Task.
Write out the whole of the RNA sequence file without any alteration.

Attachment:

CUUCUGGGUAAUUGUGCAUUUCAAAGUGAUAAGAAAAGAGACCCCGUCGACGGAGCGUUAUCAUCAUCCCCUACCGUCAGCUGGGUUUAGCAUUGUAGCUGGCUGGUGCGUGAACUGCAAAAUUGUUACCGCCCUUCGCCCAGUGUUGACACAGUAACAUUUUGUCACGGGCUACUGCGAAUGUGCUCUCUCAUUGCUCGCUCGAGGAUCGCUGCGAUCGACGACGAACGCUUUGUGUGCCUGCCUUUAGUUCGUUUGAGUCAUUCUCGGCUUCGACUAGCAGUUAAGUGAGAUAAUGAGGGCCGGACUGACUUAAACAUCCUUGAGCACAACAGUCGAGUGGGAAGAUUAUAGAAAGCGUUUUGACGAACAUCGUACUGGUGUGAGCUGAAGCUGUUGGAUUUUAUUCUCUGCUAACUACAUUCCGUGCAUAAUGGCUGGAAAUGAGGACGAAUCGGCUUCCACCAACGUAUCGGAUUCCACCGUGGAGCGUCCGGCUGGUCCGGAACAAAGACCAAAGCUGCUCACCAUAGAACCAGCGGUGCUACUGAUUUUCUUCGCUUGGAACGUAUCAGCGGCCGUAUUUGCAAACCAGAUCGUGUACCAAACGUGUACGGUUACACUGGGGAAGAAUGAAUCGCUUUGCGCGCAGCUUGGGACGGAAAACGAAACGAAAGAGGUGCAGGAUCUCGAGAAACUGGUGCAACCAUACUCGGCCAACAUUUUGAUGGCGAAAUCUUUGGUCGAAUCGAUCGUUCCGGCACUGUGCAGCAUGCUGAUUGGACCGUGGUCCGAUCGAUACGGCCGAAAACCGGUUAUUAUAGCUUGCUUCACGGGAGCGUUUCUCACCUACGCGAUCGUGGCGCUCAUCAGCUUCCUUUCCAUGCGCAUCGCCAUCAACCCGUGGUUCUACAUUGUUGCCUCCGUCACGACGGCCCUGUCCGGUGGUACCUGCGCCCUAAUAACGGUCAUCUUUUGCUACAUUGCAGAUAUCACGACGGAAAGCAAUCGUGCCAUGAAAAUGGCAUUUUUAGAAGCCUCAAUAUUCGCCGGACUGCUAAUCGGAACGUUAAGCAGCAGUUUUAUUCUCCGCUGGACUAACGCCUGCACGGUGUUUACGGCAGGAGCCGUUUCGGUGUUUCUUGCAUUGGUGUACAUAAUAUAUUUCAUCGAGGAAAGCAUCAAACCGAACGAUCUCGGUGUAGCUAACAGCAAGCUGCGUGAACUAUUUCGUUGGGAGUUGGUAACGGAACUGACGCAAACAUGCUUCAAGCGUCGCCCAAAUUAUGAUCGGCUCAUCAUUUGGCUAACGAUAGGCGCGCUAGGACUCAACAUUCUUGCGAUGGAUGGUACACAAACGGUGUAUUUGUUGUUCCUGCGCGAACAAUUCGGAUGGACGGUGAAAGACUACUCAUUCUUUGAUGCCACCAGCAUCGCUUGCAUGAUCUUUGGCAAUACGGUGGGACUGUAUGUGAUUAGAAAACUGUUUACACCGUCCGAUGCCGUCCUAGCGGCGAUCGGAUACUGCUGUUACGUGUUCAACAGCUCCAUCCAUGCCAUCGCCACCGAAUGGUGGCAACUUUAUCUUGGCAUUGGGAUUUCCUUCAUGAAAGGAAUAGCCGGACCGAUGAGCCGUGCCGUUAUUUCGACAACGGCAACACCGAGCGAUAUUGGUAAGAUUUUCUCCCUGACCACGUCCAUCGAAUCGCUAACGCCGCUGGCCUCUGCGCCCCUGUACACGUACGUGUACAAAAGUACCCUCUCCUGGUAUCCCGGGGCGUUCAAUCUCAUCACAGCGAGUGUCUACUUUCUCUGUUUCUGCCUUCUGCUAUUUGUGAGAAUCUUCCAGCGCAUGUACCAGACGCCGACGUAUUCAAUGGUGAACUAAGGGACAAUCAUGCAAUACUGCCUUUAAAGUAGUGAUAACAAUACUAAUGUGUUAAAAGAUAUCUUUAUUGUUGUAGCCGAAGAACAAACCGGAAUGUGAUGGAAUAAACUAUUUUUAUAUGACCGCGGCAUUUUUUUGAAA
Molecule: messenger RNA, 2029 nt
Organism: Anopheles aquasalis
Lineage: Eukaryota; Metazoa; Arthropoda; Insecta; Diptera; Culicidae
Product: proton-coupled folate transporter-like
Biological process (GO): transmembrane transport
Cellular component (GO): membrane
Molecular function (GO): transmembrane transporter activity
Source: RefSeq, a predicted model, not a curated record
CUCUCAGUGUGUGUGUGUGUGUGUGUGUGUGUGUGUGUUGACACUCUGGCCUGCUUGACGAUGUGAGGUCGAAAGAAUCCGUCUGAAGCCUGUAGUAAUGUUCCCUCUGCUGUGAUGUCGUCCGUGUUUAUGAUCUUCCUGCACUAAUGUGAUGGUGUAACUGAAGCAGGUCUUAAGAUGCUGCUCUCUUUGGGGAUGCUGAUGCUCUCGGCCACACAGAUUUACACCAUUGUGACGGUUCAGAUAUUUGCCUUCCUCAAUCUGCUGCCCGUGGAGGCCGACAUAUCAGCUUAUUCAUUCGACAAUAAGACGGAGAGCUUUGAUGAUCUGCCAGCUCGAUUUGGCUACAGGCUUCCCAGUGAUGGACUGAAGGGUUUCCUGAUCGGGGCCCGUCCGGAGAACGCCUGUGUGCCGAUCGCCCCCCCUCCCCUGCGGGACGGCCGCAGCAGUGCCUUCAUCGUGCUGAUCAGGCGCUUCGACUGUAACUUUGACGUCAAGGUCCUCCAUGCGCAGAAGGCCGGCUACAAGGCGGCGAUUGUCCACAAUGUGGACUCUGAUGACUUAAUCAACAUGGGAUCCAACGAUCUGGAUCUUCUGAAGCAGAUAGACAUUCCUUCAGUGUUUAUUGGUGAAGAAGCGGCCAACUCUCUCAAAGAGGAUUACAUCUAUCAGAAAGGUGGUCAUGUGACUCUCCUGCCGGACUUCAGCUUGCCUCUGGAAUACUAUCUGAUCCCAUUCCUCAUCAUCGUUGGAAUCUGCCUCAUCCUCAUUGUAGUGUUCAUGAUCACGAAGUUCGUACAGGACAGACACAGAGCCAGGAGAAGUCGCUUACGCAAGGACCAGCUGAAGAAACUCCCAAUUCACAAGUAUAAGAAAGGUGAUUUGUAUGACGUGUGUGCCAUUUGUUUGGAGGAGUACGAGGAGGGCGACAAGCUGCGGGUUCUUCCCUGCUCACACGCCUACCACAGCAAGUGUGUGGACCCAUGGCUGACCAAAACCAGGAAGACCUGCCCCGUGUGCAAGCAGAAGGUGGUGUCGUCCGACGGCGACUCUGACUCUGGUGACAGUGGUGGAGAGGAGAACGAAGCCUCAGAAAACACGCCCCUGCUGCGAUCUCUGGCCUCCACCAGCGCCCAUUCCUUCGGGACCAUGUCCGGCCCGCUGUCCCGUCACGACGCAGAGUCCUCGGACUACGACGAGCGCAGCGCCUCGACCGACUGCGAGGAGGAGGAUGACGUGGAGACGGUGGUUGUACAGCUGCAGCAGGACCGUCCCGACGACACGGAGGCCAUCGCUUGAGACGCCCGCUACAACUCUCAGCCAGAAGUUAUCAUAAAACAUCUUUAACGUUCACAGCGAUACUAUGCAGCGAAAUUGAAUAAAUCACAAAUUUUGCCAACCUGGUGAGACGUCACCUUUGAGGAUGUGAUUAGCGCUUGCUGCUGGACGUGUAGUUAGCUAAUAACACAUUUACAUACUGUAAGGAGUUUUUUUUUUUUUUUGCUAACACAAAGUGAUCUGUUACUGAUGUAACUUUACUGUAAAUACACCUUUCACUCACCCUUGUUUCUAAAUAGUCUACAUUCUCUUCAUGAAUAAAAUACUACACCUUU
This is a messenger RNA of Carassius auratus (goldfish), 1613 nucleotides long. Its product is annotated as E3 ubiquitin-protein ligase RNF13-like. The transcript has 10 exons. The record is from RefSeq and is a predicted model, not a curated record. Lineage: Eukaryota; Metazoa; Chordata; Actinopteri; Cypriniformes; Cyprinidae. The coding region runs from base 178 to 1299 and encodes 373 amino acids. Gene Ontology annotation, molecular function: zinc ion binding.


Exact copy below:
CUUCUGGGUAAUUGUGCAUUUCAAAGUGAUAAGAAAAGAGACCCCGUCGACGGAGCGUUAUCAUCAUCCCCUACCGUCAGCUGGGUUUAGCAUUGUAGCUGGCUGGUGCGUGAACUGCAAAAUUGUUACCGCCCUUCGCCCAGUGUUGACACAGUAACAUUUUGUCACGGGCUACUGCGAAUGUGCUCUCUCAUUGCUCGCUCGAGGAUCGCUGCGAUCGACGACGAACGCUUUGUGUGCCUGCCUUUAGUUCGUUUGAGUCAUUCUCGGCUUCGACUAGCAGUUAAGUGAGAUAAUGAGGGCCGGACUGACUUAAACAUCCUUGAGCACAACAGUCGAGUGGGAAGAUUAUAGAAAGCGUUUUGACGAACAUCGUACUGGUGUGAGCUGAAGCUGUUGGAUUUUAUUCUCUGCUAACUACAUUCCGUGCAUAAUGGCUGGAAAUGAGGACGAAUCGGCUUCCACCAACGUAUCGGAUUCCACCGUGGAGCGUCCGGCUGGUCCGGAACAAAGACCAAAGCUGCUCACCAUAGAACCAGCGGUGCUACUGAUUUUCUUCGCUUGGAACGUAUCAGCGGCCGUAUUUGCAAACCAGAUCGUGUACCAAACGUGUACGGUUACACUGGGGAAGAAUGAAUCGCUUUGCGCGCAGCUUGGGACGGAAAACGAAACGAAAGAGGUGCAGGAUCUCGAGAAACUGGUGCAACCAUACUCGGCCAACAUUUUGAUGGCGAAAUCUUUGGUCGAAUCGAUCGUUCCGGCACUGUGCAGCAUGCUGAUUGGACCGUGGUCCGAUCGAUACGGCCGAAAACCGGUUAUUAUAGCUUGCUUCACGGGAGCGUUUCUCACCUACGCGAUCGUGGCGCUCAUCAGCUUCCUUUCCAUGCGCAUCGCCAUCAACCCGUGGUUCUACAUUGUUGCCUCCGUCACGACGGCCCUGUCCGGUGGUACCUGCGCCCUAAUAACGGUCAUCUUUUGCUACAUUGCAGAUAUCACGACGGAAAGCAAUCGUGCCAUGAAAAUGGCAUUUUUAGAAGCCUCAAUAUUCGCCGGACUGCUAAUCGGAACGUUAAGCAGCAGUUUUAUUCUCCGCUGGACUAACGCCUGCACGGUGUUUACGGCAGGAGCCGUUUCGGUGUUUCUUGCAUUGGUGUACAUAAUAUAUUUCAUCGAGGAAAGCAUCAAACCGAACGAUCUCGGUGUAGCUAACAGCAAGCUGCGUGAACUAUUUCGUUGGGAGUUGGUAACGGAACUGACGCAAACAUGCUUCAAGCGUCGCCCAAAUUAUGAUCGGCUCAUCAUUUGGCUAACGAUAGGCGCGCUAGGACUCAACAUUCUUGCGAUGGAUGGUACACAAACGGUGUAUUUGUUGUUCCUGCGCGAACAAUUCGGAUGGACGGUGAAAGACUACUCAUUCUUUGAUGCCACCAGCAUCGCUUGCAUGAUCUUUGGCAAUACGGUGGGACUGUAUGUGAUUAGAAAACUGUUUACACCGUCCGAUGCCGUCCUAGCGGCGAUCGGAUACUGCUGUUACGUGUUCAACAGCUCCAUCCAUGCCAUCGCCACCGAAUGGUGGCAACUUUAUCUUGGCAUUGGGAUUUCCUUCAUGAAAGGAAUAGCCGGACCGAUGAGCCGUGCCGUUAUUUCGACAACGGCAACACCGAGCGAUAUUGGUAAGAUUUUCUCCCUGACCACGUCCAUCGAAUCGCUAACGCCGCUGGCCUCUGCGCCCCUGUACACGUACGUGUACAAAAGUACCCUCUCCUGGUAUCCCGGGGCGUUCAAUCUCAUCACAGCGAGUGUCUACUUUCUCUGUUUCUGCCUUCUGCUAUUUGUGAGAAUCUUCCAGCGCAUGUACCAGACGCCGACGUAUUCAAUGGUGAACUAAGGGACAAUCAUGCAAUACUGCCUUUAAAGUAGUGAUAACAAUACUAAUGUGUUAAAAGAUAUCUUUAUUGUUGUAGCCGAAGAACAAACCGGAAUGUGAUGGAAUAAACUAUUUUUAUAUGACCGCGGCAUUUUUUUGAAA
Molecule: messenger RNA, 2029 nt
Organism: Anopheles aquasalis
Lineage: Eukaryota; Metazoa; Arthropoda; Insecta; Diptera; Culicidae
Product: proton-coupled folate transporter-like
Biological process (GO): transmembrane transport
Cellular component (GO): membrane
Molecular function (GO): transmembrane transporter activity
Source: RefSeq, a predicted model, not a curated record
CUCUCAGUGUGUGUGUGUGUGUGUGUGUGUGUGUGUGUUGACACUCUGGCCUGCUUGACGAUGUGAGGUCGAAAGAAUCCGUCUGAAGCCUGUAGUAAUGUUCCCUCUGCUGUGAUGUCGUCCGUGUUUAUGAUCUUCCUGCACUAAUGUGAUGGUGUAACUGAAGCAGGUCUUAAGAUGCUGCUCUCUUUGGGGAUGCUGAUGCUCUCGGCCACACAGAUUUACACCAUUGUGACGGUUCAGAUAUUUGCCUUCCUCAAUCUGCUGCCCGUGGAGGCCGACAUAUCAGCUUAUUCAUUCGACAAUAAGACGGAGAGCUUUGAUGAUCUGCCAGCUCGAUUUGGCUACAGGCUUCCCAGUGAUGGACUGAAGGGUUUCCUGAUCGGGGCCCGUCCGGAGAACGCCUGUGUGCCGAUCGCCCCCCCUCCCCUGCGGGACGGCCGCAGCAGUGCCUUCAUCGUGCUGAUCAGGCGCUUCGACUGUAACUUUGACGUCAAGGUCCUCCAUGCGCAGAAGGCCGGCUACAAGGCGGCGAUUGUCCACAAUGUGGACUCUGAUGACUUAAUCAACAUGGGAUCCAACGAUCUGGAUCUUCUGAAGCAGAUAGACAUUCCUUCAGUGUUUAUUGGUGAAGAAGCGGCCAACUCUCUCAAAGAGGAUUACAUCUAUCAGAAAGGUGGUCAUGUGACUCUCCUGCCGGACUUCAGCUUGCCUCUGGAAUACUAUCUGAUCCCAUUCCUCAUCAUCGUUGGAAUCUGCCUCAUCCUCAUUGUAGUGUUCAUGAUCACGAAGUUCGUACAGGACAGACACAGAGCCAGGAGAAGUCGCUUACGCAAGGACCAGCUGAAGAAACUCCCAAUUCACAAGUAUAAGAAAGGUGAUUUGUAUGACGUGUGUGCCAUUUGUUUGGAGGAGUACGAGGAGGGCGACAAGCUGCGGGUUCUUCCCUGCUCACACGCCUACCACAGCAAGUGUGUGGACCCAUGGCUGACCAAAACCAGGAAGACCUGCCCCGUGUGCAAGCAGAAGGUGGUGUCGUCCGACGGCGACUCUGACUCUGGUGACAGUGGUGGAGAGGAGAACGAAGCCUCAGAAAACACGCCCCUGCUGCGAUCUCUGGCCUCCACCAGCGCCCAUUCCUUCGGGACCAUGUCCGGCCCGCUGUCCCGUCACGACGCAGAGUCCUCGGACUACGACGAGCGCAGCGCCUCGACCGACUGCGAGGAGGAGGAUGACGUGGAGACGGUGGUUGUACAGCUGCAGCAGGACCGUCCCGACGACACGGAGGCCAUCGCUUGAGACGCCCGCUACAACUCUCAGCCAGAAGUUAUCAUAAAACAUCUUUAACGUUCACAGCGAUACUAUGCAGCGAAAUUGAAUAAAUCACAAAUUUUGCCAACCUGGUGAGACGUCACCUUUGAGGAUGUGAUUAGCGCUUGCUGCUGGACGUGUAGUUAGCUAAUAACACAUUUACAUACUGUAAGGAGUUUUUUUUUUUUUUUGCUAACACAAAGUGAUCUGUUACUGAUGUAACUUUACUGUAAAUACACCUUUCACUCACCCUUGUUUCUAAAUAGUCUACAUUCUCUUCAUGAAUAAAAUACUACACCUUU
This is a messenger RNA of Carassius auratus (goldfish), 1613 nucleotides long. Its product is annotated as E3 ubiquitin-protein ligase RNF13-like. The transcript has 10 exons. The record is from RefSeq and is a predicted model, not a curated record. Lineage: Eukaryota; Metazoa; Chordata; Actinopteri; Cypriniformes; Cyprinidae. The coding region runs from base 178 to 1299 and encodes 373 amino acids. Gene Ontology annotation, molecular function: zinc ion binding.